Dutch ship designer and builder Holland Shipyards Group has signed a contract to build three additional hybrid ferries for Germany’s Schlepp- und Fährgesellschaft Kiel (SFK).

The contract comes after Holland Shipyards Group delivered to SFK the hybrid ferry Gaarden in July 2020.

The shipbuilder recently completed another ship for SFK. Named Düsternbrook, the fully electric ferry will be entering operations shortly.

As informed, the design of the three additional vessels is identical to that of Gaarden. The ferries will measure 32,40 metres by 8,80 metres and will be provided with a hybrid drivetrain that can be powered by either generators or by means of a battery bank.

The first two ferries are scheduled to be delivered in February and May 2022 and the last one at the beginning of 2026.

“Holland shipyards successfully prevailed in an European tender among twelve other shipyards. The contract included four ferries but was split into a prototype and an option of three additional vessels,” Ansgar Stalder, COO at Schlepp- und Fährgesellschaft Kiel, commented.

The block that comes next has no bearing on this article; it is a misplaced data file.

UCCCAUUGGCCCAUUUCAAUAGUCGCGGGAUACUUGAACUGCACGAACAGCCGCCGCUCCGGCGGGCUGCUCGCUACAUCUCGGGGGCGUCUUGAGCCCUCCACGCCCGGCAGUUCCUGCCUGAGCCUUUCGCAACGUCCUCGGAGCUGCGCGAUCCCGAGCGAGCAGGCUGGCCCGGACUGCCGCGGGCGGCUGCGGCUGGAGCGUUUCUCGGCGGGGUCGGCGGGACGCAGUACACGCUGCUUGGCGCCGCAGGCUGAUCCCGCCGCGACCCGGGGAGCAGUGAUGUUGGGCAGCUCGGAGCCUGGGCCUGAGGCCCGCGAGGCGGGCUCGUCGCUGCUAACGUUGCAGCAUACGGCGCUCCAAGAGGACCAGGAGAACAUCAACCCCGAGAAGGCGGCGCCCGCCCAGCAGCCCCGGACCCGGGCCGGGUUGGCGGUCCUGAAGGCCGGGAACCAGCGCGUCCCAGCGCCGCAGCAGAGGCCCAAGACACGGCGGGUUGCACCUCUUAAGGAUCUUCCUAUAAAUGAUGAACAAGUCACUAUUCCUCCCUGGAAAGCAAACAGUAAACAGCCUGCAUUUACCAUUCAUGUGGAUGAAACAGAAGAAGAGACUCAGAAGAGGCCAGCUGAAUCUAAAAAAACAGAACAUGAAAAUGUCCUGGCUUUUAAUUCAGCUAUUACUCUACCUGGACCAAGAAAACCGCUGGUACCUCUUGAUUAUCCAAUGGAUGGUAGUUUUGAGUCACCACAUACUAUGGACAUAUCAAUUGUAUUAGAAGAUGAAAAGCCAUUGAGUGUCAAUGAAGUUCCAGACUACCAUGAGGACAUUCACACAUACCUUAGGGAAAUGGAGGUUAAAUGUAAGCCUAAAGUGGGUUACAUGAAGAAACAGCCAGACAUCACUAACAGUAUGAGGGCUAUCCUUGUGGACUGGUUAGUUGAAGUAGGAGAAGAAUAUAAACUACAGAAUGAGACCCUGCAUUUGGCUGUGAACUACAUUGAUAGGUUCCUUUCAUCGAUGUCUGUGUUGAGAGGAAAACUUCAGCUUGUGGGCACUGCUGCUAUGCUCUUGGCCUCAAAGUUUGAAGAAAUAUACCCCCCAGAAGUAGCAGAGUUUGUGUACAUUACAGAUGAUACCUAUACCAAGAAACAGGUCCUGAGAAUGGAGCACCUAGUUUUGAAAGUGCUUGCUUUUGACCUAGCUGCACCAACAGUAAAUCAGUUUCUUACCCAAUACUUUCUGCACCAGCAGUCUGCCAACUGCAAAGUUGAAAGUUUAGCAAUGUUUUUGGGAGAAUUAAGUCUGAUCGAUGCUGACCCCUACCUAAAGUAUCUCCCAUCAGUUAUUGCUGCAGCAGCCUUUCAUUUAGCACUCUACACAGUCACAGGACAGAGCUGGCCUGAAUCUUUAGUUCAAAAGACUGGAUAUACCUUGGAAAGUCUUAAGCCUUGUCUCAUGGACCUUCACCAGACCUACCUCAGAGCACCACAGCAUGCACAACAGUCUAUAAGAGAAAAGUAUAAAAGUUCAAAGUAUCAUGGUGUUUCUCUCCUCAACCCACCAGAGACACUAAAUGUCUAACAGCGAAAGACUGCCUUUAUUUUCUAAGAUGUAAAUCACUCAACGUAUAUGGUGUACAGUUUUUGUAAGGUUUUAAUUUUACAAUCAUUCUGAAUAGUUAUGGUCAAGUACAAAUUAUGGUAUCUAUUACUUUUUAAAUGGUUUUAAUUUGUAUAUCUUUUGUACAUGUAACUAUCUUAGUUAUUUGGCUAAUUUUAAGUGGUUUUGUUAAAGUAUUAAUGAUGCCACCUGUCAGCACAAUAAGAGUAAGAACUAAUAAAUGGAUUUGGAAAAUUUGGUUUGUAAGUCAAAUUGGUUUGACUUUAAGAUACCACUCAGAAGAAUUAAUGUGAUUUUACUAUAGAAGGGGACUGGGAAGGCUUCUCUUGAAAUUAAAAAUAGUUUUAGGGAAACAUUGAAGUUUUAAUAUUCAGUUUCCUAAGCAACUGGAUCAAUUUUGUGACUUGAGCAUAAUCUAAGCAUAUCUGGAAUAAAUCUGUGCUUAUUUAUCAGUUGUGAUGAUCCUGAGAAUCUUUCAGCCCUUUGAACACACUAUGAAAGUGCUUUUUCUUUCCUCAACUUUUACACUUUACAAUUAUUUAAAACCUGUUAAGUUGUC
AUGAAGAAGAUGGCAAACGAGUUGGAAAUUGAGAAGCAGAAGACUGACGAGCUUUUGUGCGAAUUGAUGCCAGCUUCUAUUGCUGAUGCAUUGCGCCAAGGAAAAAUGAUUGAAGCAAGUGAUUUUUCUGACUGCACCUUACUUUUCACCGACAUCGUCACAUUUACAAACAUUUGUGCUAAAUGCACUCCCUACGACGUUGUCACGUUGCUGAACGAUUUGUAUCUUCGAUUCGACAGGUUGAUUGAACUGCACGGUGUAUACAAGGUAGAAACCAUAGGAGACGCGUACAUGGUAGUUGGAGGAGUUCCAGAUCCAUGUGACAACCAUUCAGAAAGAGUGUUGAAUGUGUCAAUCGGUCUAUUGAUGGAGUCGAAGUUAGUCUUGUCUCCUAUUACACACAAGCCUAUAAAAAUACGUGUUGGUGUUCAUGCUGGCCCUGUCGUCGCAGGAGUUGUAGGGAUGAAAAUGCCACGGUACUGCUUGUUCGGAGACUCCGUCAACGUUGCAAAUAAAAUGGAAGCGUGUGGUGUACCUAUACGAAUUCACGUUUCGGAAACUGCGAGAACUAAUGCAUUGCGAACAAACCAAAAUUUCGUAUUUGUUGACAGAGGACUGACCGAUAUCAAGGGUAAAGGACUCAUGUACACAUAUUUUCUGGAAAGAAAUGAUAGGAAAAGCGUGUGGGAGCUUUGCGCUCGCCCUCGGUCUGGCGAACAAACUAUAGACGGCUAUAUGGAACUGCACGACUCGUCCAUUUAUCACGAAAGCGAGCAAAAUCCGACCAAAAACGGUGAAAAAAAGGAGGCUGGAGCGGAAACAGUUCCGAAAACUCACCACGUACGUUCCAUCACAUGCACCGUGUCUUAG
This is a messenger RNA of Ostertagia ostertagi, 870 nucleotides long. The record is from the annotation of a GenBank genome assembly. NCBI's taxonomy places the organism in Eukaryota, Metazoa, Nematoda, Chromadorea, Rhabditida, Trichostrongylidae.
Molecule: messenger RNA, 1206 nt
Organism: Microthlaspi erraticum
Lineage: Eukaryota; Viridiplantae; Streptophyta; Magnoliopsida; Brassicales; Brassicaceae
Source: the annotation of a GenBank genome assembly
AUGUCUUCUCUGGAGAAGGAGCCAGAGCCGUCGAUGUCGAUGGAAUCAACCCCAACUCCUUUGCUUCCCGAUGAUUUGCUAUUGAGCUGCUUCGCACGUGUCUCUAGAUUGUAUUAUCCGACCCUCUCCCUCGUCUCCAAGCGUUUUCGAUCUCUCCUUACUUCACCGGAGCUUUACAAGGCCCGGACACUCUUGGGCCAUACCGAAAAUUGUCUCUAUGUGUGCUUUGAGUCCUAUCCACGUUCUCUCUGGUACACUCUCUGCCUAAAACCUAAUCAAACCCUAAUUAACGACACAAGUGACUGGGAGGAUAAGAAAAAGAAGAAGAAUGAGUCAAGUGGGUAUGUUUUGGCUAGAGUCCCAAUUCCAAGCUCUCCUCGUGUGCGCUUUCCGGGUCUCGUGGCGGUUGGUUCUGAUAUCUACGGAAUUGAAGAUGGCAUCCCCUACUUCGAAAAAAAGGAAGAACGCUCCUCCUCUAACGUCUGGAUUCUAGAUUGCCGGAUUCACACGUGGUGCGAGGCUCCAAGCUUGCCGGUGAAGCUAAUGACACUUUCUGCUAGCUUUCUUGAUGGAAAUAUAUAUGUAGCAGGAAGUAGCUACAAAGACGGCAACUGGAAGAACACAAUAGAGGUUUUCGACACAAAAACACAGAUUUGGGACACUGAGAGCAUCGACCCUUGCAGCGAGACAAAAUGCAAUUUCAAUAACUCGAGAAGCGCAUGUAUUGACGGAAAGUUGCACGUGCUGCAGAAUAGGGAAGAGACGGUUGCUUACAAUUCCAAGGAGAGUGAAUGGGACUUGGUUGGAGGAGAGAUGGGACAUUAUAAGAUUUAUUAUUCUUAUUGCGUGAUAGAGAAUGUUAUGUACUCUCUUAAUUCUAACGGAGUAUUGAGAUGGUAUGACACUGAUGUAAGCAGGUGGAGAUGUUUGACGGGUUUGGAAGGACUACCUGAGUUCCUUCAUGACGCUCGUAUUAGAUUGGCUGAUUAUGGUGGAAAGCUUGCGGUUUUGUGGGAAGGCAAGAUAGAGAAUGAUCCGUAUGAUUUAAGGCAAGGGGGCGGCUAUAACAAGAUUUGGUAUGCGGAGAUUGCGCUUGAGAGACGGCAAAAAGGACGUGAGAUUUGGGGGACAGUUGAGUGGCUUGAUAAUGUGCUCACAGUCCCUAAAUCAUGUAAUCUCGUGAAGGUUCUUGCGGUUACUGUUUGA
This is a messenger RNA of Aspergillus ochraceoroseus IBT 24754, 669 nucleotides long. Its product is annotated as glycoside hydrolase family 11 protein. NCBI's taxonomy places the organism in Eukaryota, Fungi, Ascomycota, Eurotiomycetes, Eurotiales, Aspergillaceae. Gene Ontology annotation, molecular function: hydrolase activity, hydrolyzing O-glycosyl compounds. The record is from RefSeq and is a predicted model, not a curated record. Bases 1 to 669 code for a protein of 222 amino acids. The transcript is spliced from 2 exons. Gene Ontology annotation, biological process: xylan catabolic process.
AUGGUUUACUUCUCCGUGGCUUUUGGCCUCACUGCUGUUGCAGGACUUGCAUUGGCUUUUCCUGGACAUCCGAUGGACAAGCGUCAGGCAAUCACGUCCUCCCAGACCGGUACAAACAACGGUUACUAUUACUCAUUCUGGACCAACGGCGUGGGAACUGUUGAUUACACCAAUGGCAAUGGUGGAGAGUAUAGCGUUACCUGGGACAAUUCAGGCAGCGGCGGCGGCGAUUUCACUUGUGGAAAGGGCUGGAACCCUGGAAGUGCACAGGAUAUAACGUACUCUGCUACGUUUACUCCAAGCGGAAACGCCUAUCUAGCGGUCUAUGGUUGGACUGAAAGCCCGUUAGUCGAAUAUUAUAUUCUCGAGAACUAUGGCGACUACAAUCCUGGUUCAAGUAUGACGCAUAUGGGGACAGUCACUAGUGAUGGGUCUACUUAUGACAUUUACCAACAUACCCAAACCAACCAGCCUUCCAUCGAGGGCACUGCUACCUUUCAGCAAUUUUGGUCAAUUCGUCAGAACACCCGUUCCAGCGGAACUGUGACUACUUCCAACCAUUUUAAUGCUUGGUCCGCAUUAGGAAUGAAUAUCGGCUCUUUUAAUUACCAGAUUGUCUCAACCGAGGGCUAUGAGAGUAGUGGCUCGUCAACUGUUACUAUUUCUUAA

“Since the ‘Gaarden’ has been in service for several months and fulfilled her duties, Schlepp- und Fährgesellschaft Kiel is confident to extend the contract as originally intended.”

SFK’s environmental goals

The latest order is part of SFK’s strategy aimed at renewing its current fleet.

The replacement of the fleet is also in line with the environmental goals set by SFK and the city of Kiel.

The city of Kiel aims to be CO₂ neutral by 2050 and expects shipping to play a major part in this shift.

Holland Shipyards Group’s green mission

With a role in building green vessels, Holland Shipyards Group said it is committed to working on a greener future for the maritime industry. The group 2021’s order book contains about a dozen fully electric or hybrid ferries.

“Propulsion systems are key in developing green vessels, therefore we are always investigating sustainable propulsion methods. This year we will be taking a pioneering step by retrofitting a vessel to run on hydrogen fuel cell propulsion,” the shipbuilder said, adding that the green mission is visible also in the production process which needs to be sustainable.

“Going green is not an option, but a necessity to leave a habitable planet to the next generations to come.”

Source: Offshore Energy